Film adaptations of books usually do not perform well. With the amount of information that is supplied to the reader it is very difficult to not only create the visual world being described (as every readers’ perception of the story will be different in their mind), but in most occurrences, there is far too much to fit into 130 minutes of screen time. The Harry Potter series was a wonderful example of this where those that hadn’t read the books enjoyed the wizarding fun, while the fanatical book lovers were upset when a character developing scene at dinner wasn’t included.
Luckily for everyone in The Hunger Games camp this is not the case.
…its transformation from page to screen has done what very few adaptations have…
For those of you not in the know, The Hunger Games is the first of a trilogy of books written by Suzanne Collins. Unlike Twilight that caught the imagination of millions of pining vampire/bestiality lovers, The Hunger Games is a gripping story that attracts readers from every age group. Hailed as the new Harry Potter, its transformation from page to screen has done what very few adaptations have; namely stuck to the source material.
Based on the premise that in the future what is left of North America is now called Panem. The region is split up into 13 poverty-stricken districts that are all ruled by the rich and powerful Capitol. In the past the districts started a rebellion against Capitol and unfortunately lost, meaning that every year two children are picked from each district through a raffle wherein they will be sent to compete in The Hunger Games, a battle royale where only one can survive. It’s all done as a degree of control and in the film the heroin, Katniss (Jennifer Lawrence), sees her younger sister picked and so volunteers to take her place. Along with Peeta (Josh Hutcherson) they enter the game and fight for their lives.
…The source material is rich and this has been produced in startling accuracy to the cinema screen…
Now to say anything else would just plainly ruin the movie. If you haven’t read the book then either read it and watch or watch it then read it. The source material is rich and this has been produced in startling accuracy to the cinema screen. The casting was perfect with other great actors like Liam Hemsworth, Woody Harrelson, Stanley Tucci, Donald Sutherland and even Lenny Kravitz as the captivating Cinna thrown in the film works marvellously.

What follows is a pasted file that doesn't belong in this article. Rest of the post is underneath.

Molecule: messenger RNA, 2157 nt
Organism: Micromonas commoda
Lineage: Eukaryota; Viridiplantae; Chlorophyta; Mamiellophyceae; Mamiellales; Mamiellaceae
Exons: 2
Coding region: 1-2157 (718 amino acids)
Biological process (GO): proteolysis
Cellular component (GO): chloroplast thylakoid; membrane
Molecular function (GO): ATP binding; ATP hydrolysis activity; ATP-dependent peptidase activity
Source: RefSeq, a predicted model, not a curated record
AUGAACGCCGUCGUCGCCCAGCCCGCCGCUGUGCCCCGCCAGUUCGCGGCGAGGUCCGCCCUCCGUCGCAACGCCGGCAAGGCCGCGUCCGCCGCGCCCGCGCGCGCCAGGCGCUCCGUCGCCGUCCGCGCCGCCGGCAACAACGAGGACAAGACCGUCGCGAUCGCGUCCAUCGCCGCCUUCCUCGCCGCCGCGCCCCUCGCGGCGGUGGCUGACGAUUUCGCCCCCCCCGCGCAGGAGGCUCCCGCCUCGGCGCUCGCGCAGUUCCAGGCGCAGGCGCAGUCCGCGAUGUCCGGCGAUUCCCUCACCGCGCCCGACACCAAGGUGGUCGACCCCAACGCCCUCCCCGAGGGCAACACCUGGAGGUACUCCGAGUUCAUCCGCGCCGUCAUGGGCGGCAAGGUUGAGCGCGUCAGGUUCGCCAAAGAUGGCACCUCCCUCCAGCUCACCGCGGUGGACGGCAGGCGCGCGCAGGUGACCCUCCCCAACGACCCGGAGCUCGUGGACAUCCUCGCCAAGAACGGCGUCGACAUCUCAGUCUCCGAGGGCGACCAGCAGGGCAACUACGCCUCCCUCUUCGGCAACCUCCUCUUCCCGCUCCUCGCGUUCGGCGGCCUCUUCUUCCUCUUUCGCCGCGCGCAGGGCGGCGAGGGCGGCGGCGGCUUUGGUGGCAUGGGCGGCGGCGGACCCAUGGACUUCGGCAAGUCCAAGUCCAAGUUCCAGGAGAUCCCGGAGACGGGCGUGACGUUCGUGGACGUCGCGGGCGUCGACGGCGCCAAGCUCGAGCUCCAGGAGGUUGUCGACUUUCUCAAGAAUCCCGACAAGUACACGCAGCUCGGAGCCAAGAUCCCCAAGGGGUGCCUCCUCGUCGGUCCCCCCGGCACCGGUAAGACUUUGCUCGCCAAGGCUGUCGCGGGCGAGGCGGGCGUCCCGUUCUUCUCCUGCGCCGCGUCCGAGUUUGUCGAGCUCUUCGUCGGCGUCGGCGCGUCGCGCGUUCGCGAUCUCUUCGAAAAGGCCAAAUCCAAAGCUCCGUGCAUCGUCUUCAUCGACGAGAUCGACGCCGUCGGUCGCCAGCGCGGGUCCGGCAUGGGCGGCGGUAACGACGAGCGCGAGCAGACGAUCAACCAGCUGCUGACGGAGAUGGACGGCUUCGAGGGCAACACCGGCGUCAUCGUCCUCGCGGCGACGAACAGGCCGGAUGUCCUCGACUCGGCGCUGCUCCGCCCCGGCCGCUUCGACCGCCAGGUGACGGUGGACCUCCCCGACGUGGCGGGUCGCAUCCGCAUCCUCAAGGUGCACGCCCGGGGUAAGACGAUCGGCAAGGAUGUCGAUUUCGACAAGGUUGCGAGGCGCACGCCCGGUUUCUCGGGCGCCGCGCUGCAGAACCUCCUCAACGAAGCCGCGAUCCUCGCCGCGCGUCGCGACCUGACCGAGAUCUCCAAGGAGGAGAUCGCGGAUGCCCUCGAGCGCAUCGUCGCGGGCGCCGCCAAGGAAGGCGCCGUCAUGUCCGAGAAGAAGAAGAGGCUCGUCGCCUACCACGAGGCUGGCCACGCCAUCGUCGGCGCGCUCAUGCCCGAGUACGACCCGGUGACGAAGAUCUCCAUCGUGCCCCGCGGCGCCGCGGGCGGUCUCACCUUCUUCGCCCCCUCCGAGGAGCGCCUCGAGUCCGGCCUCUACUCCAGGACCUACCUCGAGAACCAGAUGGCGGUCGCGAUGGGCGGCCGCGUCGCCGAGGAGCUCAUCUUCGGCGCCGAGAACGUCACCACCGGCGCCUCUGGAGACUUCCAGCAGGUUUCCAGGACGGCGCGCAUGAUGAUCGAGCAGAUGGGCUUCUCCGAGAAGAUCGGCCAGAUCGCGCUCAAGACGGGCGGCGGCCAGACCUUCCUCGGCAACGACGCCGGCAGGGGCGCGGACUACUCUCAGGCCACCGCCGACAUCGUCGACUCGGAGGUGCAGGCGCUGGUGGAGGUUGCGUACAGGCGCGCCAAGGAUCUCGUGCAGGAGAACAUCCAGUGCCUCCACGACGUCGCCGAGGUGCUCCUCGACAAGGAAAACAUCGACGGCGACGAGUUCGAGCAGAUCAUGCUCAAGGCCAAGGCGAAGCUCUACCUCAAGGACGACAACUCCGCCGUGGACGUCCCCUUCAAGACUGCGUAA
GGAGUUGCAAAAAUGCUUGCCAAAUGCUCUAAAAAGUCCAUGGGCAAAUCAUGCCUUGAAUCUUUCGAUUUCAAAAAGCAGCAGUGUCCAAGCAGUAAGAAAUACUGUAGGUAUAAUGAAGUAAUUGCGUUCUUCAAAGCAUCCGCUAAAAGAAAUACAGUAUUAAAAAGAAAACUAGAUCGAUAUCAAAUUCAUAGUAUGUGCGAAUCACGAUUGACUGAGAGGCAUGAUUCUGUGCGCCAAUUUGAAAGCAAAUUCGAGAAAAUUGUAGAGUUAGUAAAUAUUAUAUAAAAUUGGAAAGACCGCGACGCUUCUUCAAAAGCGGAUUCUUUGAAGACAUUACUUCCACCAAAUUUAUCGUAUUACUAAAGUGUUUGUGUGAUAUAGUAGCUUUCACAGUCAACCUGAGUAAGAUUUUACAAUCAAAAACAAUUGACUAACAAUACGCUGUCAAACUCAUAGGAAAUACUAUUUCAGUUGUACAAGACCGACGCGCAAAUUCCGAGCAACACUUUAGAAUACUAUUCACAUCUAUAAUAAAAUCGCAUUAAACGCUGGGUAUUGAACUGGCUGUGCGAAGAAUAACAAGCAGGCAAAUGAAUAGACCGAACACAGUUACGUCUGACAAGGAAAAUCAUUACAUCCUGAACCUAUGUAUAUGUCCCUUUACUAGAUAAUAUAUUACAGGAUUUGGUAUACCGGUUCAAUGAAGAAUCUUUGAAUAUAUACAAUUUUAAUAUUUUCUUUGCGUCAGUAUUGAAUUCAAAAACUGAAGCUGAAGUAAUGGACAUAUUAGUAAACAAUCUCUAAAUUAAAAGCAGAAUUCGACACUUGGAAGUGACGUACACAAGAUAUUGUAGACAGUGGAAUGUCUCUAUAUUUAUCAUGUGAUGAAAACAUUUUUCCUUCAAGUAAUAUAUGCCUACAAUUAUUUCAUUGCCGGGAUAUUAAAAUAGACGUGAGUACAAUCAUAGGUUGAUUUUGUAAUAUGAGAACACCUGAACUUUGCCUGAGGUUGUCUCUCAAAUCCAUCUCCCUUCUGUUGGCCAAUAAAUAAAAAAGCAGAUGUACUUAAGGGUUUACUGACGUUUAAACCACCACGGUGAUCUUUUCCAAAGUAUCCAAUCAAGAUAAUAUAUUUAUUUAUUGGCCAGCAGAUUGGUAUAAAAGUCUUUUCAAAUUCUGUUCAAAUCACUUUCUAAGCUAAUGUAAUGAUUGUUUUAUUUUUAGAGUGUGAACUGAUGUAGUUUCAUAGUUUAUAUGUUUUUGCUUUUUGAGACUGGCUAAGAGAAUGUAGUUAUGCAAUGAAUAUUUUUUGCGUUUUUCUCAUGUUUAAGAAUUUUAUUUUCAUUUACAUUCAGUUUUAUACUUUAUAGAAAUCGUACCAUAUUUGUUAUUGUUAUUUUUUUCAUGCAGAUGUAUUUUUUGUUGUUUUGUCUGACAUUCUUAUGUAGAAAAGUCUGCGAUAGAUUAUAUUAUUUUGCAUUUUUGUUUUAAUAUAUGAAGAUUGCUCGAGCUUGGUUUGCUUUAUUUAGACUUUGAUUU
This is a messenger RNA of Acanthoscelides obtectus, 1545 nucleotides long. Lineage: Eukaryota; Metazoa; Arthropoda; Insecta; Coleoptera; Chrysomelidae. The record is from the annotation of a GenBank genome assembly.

As a whole experience I was blown away by the scale and feeling that the film conveyed, and the only downside I can see to the film was that at 2 and a half hours I was bursting for the loo. Other small critiques are the pacing, as tension is built up incredibly well for the first two hours and then in the last half we are rushed through a vicious battle. Of course the director would have to establish the background and world of Panem, but for a film that centres on fighting the experience could have been drawn out.
…A small problem, but one perhaps they will remedy in future instalments of the franchise…
Lastly (and this is a small nitpick) in the book you almost can feel Katniss’s hunger and dehydration over and over again. But in the film this wasn’t brought up at all and I think this was a key point in the novel that showed the dire situation and desperation that Katniss, and the other tributes faced. A small problem, but one perhaps they will remedy in future instalments of the franchise.
If you are going to see a film then see The Hunger Games. If you liked the book then go and be amazed. If you didn’t read the book, go and be amazed. The only downside that I found to the whole experience is that we will have to wait another year and a bit for the sequel.
Images courtesy of ThinkJam